Lucie Calow joined Unity Schools Partnership last month as our new director for children and young people with special educational needs and disability (SEND). Here, she talks about her excitement at starting the new role and how it will support students across the trust.
“I have always thought SEND is the most exciting phase of education.
It has always been my passion and that is why I have devoted my entire career to it. I completed a specialist degree way back in the 1980’s and have continued to work in this area ever since.
I started my teaching career in Westminster supporting children with moderate learning difficulties before I moved to Hillside Special School in Sudbury where I progressed to Acting Headteacher.
Although I then moved to Cambridge where I helped build Granta Special School from scratch for pupils with complex needs, you could say I have come home to Suffolk by joining Unity Schools Partnership.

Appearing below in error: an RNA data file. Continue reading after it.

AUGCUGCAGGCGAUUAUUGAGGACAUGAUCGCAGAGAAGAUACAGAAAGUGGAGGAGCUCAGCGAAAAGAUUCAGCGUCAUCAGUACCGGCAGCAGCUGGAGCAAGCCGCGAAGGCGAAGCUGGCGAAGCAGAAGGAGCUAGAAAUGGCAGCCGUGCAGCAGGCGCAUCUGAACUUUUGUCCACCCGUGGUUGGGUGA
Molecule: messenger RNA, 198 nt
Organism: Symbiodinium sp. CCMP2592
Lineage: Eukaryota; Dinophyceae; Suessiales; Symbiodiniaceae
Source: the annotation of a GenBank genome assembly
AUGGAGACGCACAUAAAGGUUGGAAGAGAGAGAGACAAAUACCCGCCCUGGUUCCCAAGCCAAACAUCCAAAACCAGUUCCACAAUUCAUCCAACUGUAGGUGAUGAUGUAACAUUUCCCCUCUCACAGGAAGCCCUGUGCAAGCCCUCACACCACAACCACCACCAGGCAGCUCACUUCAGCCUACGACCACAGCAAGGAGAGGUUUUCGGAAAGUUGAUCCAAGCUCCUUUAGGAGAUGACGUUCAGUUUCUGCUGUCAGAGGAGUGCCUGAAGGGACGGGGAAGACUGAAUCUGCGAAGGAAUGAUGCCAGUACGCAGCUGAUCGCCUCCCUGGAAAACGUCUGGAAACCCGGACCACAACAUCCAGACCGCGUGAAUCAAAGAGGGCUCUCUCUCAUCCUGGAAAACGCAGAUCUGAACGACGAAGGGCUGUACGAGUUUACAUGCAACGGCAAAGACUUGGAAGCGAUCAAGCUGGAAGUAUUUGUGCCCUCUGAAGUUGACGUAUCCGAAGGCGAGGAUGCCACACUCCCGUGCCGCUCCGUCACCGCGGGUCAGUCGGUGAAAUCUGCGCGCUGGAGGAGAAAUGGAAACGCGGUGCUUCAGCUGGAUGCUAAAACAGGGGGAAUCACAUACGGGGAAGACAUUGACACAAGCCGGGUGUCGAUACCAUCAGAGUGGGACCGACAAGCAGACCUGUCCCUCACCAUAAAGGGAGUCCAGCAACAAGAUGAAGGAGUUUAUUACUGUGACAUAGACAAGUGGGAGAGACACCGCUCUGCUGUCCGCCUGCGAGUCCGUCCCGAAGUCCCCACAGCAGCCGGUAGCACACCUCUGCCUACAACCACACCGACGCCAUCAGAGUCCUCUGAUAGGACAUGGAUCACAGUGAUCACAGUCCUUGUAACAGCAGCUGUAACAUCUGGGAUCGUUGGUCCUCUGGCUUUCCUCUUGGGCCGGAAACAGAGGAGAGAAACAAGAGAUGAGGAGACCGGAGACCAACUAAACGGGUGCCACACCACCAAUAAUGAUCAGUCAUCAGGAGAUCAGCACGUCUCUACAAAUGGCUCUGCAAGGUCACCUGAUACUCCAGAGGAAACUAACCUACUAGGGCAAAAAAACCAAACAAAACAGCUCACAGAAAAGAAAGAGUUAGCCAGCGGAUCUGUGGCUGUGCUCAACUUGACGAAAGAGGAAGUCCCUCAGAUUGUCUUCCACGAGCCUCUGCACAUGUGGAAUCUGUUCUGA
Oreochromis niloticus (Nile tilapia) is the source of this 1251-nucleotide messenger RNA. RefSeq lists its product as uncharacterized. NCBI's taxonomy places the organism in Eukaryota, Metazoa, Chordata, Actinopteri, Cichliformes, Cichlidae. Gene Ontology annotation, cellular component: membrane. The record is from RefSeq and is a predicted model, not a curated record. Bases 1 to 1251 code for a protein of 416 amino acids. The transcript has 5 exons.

Throughout my working life, I have come into contact with some of the most amazing children and families – and that has been a real privilege.
All schools offer great pastoral care but it is magnified in special schools. There is also a significant responsibility to get things right.
I have really enjoyed my first few weeks at Unity Schools Partnership. From a personal development point of view, this is an amazing opportunity to support a wider range of both schools and families.
I have been really encouraged by the warmth of the people I have met and I am really excited by the opportunity to work with colleagues in the Unity Research School.
I think this is a unique trust as Unity has made a direct commitment to special educational needs. Its plans are innovative and exciting and I really want to be part of that.
You have so much fun with SEND children – I actually think it is the best kept secret in education. It is a wonderful area of education and I look forward to working with our young people right across Unity Schools Partnership.”